Mallen:Thanks for your comment.It’s entirely possible that I’ve mischaracterized CSR. But in my own defense, I have to say that if that’s so, it’s at least partly because CSR is so ill-defined by those that defend it.Donations and volunteerism are, in fact, a significant (and maybe even defining) part of CSR for many who advocate it, and indeed on the part of many companies that try to implement it.On your own definition, CSR requires companies to:– tackling their own environmental impact – ensuring they do not benefit from forced, slave or child labour– treat their own employees with respect and avoid discrimination or abuseThe third is plain old good business ethics. The first and second are at least partly controversial (slavery is always bad; child labour isn’t always). The first and second also imply a significant degree of voluntarism, if you’re talking about moves beyond what law requires.In the end: CSR needs to clarify what it is.Regards,Chris.

  11. […] part, Foster is echoing something I said a couple of months ago, when I wrote this blog entry: Down With CSR! Up With Business Ethics! I offered 3 arguments against “Corporate Social Responsibility” and in favour of […]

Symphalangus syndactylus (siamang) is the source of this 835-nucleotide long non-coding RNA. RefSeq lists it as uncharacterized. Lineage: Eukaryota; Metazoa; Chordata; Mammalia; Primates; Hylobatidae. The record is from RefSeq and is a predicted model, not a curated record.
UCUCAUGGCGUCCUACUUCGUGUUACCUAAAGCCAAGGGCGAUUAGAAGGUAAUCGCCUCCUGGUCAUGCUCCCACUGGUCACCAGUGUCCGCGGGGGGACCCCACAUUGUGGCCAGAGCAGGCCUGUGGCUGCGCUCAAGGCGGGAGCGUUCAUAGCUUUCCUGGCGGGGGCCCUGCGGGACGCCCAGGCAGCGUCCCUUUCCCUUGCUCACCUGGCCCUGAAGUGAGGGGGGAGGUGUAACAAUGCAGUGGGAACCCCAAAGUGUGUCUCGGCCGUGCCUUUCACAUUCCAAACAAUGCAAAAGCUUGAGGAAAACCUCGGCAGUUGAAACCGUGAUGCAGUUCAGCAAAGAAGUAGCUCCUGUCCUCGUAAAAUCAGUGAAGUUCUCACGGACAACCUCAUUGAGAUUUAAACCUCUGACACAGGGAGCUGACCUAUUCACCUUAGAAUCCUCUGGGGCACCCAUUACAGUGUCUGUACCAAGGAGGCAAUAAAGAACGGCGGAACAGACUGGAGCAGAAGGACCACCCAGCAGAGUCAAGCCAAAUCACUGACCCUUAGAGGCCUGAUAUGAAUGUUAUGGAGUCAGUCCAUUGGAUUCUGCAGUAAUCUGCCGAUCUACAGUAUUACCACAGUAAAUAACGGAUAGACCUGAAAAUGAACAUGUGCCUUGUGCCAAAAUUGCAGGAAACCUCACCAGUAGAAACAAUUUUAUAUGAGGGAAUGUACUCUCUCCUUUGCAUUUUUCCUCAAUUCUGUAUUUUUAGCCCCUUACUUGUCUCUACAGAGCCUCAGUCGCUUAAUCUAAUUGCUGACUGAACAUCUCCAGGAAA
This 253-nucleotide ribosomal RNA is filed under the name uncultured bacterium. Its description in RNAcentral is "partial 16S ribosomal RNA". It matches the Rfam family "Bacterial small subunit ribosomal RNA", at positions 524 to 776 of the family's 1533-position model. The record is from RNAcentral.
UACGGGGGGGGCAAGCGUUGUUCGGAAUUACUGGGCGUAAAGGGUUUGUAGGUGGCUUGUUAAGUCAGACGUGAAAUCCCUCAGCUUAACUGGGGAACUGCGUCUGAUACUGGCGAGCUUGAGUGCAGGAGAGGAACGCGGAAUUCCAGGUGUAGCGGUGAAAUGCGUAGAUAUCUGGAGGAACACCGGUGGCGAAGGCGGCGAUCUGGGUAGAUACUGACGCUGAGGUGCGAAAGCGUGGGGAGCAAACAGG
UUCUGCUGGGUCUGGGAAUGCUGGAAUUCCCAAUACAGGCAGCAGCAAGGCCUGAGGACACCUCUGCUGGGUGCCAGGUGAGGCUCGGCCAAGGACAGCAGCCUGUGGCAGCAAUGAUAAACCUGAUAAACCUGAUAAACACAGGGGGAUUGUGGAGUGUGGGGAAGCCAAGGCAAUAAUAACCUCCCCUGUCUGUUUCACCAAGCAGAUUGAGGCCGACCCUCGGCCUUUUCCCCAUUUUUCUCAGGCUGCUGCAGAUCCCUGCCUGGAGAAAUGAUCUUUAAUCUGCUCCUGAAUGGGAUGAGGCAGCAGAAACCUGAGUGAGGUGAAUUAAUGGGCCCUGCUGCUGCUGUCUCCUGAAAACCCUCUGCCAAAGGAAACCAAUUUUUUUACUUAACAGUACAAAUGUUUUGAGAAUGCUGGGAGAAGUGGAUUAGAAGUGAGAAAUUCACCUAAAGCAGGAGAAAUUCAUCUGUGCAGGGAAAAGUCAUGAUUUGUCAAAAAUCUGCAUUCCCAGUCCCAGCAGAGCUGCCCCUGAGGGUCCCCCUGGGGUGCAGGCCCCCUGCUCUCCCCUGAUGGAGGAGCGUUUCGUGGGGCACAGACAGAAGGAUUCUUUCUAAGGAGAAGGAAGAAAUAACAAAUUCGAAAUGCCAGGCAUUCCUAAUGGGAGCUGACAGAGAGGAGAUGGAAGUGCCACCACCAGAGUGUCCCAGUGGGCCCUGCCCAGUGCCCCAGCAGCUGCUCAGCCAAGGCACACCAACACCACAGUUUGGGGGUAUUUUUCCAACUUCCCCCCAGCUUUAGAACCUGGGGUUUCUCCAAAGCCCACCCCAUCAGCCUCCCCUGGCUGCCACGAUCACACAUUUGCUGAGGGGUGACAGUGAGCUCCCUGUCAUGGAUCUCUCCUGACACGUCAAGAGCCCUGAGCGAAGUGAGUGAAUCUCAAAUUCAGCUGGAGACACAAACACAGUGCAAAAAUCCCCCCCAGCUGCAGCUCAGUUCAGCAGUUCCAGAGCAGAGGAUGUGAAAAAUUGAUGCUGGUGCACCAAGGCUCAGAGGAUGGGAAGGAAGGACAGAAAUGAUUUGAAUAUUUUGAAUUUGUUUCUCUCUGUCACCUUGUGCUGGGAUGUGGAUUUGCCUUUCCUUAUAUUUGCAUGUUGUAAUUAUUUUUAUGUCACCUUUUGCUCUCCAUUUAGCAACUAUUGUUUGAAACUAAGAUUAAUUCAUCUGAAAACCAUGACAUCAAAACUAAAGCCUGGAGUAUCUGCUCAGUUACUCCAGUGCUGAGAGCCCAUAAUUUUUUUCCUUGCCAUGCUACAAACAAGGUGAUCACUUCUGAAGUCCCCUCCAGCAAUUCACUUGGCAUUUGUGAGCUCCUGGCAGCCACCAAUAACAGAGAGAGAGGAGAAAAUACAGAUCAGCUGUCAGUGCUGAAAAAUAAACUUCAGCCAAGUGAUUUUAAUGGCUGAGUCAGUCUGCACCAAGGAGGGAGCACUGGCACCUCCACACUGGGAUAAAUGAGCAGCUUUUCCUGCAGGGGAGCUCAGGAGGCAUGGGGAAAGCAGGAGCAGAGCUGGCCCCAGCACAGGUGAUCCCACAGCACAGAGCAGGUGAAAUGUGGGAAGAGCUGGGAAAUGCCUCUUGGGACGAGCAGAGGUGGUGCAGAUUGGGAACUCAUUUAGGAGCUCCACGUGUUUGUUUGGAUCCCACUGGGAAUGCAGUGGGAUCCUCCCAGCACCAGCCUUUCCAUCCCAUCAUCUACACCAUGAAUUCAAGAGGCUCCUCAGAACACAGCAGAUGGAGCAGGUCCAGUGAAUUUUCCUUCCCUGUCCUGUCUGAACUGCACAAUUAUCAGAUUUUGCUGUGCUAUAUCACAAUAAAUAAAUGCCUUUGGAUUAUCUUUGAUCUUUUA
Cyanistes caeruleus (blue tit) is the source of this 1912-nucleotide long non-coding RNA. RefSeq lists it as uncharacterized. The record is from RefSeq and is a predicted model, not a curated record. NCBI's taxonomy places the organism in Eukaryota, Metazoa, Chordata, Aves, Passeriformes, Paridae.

12. […] of the topic “business ethics,” as defined above, means that other, related ideas like Corporate Social Responsibility (CSR) and corporate citizenship and sustainability are in fact sub-topics within the broader topic of […]

  13. […] RELATED: Chris MacDonald’s discussion of CSR as a smokescreen in his Business Ethics Blog post, “Down With CSR! Up With Business Ethics!” […]

  14. […] This does far more good than image-boosting CSR activities. As business ethicist Chris MacDonald explains, businesses contribute to society by making useful products or providing useful services, providing […]